4

How can I hide all output that is written and outputted in a terminal?

In other words, I am looking to add the string

>/dev/null 2&>1

to every command I write.

  • How would you do it with bash?
  • How would you do it with zsh?
  • Ideally how to have a configuration that take into account any terminal.
6

zsh:

You can redirect stdout and stderr of any following command to /dev/null by running these two command:

exec >/dev/null
exec 2>/dev/null

Note: This will still show the prompt and anything you type on the command line, but not much else.

bash:

You can redirect stdout and stderr with the following command

exec >/dev/null 2>&1

Note

  • This may suppress any output, including the prompt and what you type on the command line. (This was the case for me with zsh 5.2 and bash 4.4, when I first created this answer in 2016. While it seems to still be the case with bash 5.1.8, it looks like with zsh this is no longer the case since at least version 5.8)

  • To enable the output again, run

      exec >/dev/tty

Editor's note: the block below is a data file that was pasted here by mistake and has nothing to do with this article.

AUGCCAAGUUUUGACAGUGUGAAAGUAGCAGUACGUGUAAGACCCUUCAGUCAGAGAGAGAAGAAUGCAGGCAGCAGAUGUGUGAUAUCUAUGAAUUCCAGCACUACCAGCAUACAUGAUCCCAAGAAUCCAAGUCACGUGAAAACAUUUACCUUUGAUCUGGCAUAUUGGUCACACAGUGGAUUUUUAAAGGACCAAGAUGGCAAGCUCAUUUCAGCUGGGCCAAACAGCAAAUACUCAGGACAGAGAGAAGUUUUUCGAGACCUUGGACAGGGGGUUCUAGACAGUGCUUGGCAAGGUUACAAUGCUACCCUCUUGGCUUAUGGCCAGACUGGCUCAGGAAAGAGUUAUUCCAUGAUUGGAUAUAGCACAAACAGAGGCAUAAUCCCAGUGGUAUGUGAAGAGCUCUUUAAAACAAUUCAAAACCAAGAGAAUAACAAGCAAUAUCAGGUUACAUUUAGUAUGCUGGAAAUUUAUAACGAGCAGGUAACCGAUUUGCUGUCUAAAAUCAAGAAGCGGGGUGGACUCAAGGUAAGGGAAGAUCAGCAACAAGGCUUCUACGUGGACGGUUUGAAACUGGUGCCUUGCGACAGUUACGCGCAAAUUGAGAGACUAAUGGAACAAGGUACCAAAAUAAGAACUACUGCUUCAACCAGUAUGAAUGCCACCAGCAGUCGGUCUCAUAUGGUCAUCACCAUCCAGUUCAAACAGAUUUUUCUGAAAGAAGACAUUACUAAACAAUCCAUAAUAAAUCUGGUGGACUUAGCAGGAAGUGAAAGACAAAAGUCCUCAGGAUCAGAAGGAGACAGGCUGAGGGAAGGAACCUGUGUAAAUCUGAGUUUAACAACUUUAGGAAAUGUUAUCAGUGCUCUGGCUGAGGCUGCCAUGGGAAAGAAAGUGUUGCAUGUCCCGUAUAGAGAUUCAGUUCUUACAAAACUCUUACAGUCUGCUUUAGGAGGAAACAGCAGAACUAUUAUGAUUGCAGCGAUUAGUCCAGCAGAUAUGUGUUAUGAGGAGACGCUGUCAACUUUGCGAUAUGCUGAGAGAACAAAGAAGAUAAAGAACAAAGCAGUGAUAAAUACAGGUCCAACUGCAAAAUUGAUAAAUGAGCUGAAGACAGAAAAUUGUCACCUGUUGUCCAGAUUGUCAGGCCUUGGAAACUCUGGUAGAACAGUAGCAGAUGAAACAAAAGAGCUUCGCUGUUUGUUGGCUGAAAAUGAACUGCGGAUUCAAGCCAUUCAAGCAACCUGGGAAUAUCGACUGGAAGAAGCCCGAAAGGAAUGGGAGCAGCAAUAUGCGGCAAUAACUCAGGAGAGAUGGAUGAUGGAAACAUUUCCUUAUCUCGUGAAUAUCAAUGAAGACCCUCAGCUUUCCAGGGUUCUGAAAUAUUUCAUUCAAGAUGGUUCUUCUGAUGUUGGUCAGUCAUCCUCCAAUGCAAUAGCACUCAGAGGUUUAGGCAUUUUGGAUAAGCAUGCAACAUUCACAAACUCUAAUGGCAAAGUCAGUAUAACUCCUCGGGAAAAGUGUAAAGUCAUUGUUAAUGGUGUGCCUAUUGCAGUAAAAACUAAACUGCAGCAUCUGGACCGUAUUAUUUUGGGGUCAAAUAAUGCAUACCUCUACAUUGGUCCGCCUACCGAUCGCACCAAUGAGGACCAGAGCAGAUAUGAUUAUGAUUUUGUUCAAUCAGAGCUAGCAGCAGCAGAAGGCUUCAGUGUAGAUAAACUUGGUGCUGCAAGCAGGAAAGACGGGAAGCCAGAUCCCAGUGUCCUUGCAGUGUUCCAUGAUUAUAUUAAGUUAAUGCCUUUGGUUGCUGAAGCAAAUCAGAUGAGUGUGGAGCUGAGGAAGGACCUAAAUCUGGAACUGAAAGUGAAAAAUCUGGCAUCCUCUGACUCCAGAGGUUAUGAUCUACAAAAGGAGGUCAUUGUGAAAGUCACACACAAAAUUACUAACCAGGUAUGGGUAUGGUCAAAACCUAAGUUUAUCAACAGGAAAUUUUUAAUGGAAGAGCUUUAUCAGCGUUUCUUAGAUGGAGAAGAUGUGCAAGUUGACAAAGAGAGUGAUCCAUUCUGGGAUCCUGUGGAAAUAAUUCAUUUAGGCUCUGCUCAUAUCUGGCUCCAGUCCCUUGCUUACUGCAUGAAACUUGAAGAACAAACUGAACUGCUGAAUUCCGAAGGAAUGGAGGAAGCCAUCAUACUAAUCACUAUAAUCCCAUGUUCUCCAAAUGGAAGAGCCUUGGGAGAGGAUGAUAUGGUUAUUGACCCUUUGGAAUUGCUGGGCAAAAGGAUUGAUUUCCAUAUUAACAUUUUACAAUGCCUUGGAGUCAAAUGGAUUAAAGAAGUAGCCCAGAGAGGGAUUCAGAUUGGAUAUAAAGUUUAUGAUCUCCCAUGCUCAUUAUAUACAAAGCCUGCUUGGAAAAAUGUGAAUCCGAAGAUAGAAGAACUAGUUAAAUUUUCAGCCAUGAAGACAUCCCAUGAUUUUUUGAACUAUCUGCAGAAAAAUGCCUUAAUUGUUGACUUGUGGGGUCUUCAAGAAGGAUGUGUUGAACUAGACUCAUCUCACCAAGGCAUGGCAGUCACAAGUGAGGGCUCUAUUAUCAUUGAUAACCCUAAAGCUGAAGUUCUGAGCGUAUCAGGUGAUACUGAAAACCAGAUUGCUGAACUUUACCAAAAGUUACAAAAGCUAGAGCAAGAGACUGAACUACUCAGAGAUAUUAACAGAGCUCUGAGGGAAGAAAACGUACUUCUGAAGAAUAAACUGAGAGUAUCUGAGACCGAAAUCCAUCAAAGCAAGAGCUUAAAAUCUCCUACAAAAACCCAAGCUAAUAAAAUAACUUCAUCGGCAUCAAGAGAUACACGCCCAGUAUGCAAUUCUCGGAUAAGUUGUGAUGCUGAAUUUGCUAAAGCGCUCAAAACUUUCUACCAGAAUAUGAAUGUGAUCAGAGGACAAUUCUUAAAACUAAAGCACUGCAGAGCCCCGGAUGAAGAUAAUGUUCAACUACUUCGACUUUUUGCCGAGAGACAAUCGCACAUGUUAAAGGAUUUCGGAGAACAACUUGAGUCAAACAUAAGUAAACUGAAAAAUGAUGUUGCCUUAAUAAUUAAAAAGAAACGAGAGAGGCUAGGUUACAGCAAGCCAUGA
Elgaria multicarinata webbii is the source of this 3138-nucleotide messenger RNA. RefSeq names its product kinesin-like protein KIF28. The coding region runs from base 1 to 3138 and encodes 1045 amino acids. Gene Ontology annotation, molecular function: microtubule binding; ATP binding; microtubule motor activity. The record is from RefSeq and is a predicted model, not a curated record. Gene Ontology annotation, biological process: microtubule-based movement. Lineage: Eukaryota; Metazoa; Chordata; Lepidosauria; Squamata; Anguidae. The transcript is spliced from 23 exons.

exec 2>/dev/tty
    
2
  • this doesn’t appear to work with Zsh’s builtin >/dev/null 2>&1 or with builtin does_not_exist >/dev/null 2>&1
    – Lucas
    May 25 at 14:13
  • @Lucas I just checked with my zsh (5.8) and curiously builtin nx >/dev/null 2>&1 does indeed still produce a "no such builtin" error message, while running nx >/dev/null 2>&1 does suppress the "command not found" error. But running exec 2>/dev/null beforehand does suppress any error messages thereafter, including those of builtin nx (at least on my machine). Running builtin without any arguments does not produce any output for me anyway, with or without redirections. And when running for example builtin pwd >/dev/null 2>&1 the output looks to be suppressed as expected.
    – Adaephon
    Jun 4 at 8:19

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